On the other hand, “young Black, urban males are the people who are most likely to die from somebody else shooting them with a gun. … So there’s definitely a racial divide on guns in America.”
How should voters consider gun policy when voting this fall? “I don’t think that [candidates] just saying ‘I’m for or against gun control’ is going to be useful,” Dr. McCormick said. “We have to push back with our politicians and ask, ‘What is it specifically that you’re recommending for us to do now?’”
He added, “We tend to divide ourselves into reds and blues, Democrats and Republicans, conservatives and progressives. I think we need to look at the common ground that we share on these issues. For example, a large number of Republicans and conservatives would support legislation focused on background checks and on providing more screening for mental health.”
Another public policy idea is liability insurance: “When you or I purchase an automobile, we have to pay insurance on that automobile in case we hurt somebody else with it. It’s not an unreasonable idea to think that if I purchase a gun, I would have some responsibility for harms or injuries or accidents or deaths that result from that.”
“Catholic teaching would say … we do not live in a lawless society, and we ought not to behave as if we did.”
Catholic voters must relate gun policy to the concept of a common good, said Dr. McCormick. Individual gun ownership “is a sign that the civilian has faith in himself or herself as an individual agent to solve the problems of crime or violence in the society. Catholic teaching would say that the primary responsibility for addressing crime belongs to the society, to the government, to the police. We do not live in a lawless society, and we ought not to behave as if we did.
“I think the Catholic Church would also say that the underlying causes of crime and violence in society are largely social and economic and human causes. …We ought to be concerned about a society that is armed with 400 million personal guns and that doesn’t provide adequate health care for tens of millions of Americans or where millions of American children live in poverty. So I think the Catholic teaching would tell us that we’re trying to solve the problems facing us as a society with the wrong tools. We’re placing too much faith in a set of tools that are not going to get us to the common good.”
Archbishop Gustavo García-Siller of San Antonio was at a gathering of priests when he first heard about the murder of two schoolchildren—later revised to 19 schoolchildren and two teachers—in Uvalde, Tex., on May 24.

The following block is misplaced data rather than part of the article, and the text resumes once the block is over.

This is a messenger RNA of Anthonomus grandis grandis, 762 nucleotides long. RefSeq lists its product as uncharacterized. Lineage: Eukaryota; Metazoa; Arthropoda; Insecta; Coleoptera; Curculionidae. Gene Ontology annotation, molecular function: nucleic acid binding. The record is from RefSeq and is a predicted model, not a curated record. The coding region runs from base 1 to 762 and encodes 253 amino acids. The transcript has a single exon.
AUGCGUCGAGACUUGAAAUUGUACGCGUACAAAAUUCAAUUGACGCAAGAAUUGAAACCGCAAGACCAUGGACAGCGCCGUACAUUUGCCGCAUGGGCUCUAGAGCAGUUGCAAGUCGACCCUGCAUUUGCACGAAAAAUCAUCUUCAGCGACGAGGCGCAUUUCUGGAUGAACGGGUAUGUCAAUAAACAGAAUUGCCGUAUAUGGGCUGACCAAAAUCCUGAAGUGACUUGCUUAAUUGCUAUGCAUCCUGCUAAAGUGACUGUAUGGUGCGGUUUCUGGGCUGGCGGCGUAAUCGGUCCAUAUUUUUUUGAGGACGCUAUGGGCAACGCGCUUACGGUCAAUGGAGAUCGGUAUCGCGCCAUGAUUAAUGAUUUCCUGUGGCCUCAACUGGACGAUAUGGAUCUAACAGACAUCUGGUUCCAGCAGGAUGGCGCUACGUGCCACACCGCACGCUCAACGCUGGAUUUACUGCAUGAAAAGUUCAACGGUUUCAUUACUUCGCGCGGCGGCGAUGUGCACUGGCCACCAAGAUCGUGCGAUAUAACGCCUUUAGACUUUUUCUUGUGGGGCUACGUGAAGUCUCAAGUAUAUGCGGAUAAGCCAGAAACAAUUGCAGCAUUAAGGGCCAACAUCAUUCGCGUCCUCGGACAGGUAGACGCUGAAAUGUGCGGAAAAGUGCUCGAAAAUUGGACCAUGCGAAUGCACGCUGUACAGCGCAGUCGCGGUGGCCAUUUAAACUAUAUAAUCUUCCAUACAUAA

“We went to the Civic Center. There were families outside [in] the garden by themselves. They were waiting to be told. … I was able to visit with the families [inside], but they were silent. They were with their heads on the table. They were not speaking to each other.”
He scheduled Masses for every night that week: “The Mass offers a possibility of an encounter with God and with one another. And all those days, the Masses were pretty full, which means that it was answering a need of the people.”
On Voting Catholic, Archbishop García-Siller told host Sebastian Gomes, “I can say that here in Texas, arms are sacred,” and he echoed Patrick McCormick in adding, “My God, that is idolatry.”

The archbishop has called for stricter controls on gun ownership, and he said, “In many ways, I have received good feedback, but I have also received letters or emails from people [saying] they are not going to continue supporting the diocese. And even [that] ‘the church has failed us.’”
Asked what he would say to Catholic voters this year, Archbishop García-Siller responded, “I will invite people to absorb in some way suffering caused by guns. And then to say: ‘We are in the 21st century, do we need to defend ourselves from each other with guns? Why don’t we show to one another, in little ways here and there, that we can live as human beings and respect human dignity?’”
[Related: “Lessons from El Paso and Uvalde: Tragedy can change our hearts, if we let it.”]
To hear more on how American Catholics view gun violence, be sure to listen to Voting Catholic, a podcast by America Media with all-new episodes on inflation, abortion and gun violence in advance of the 2022 midterm election.
Also read other views on gun violence here.
Robert David Sullivan is a senior editor at America magazine.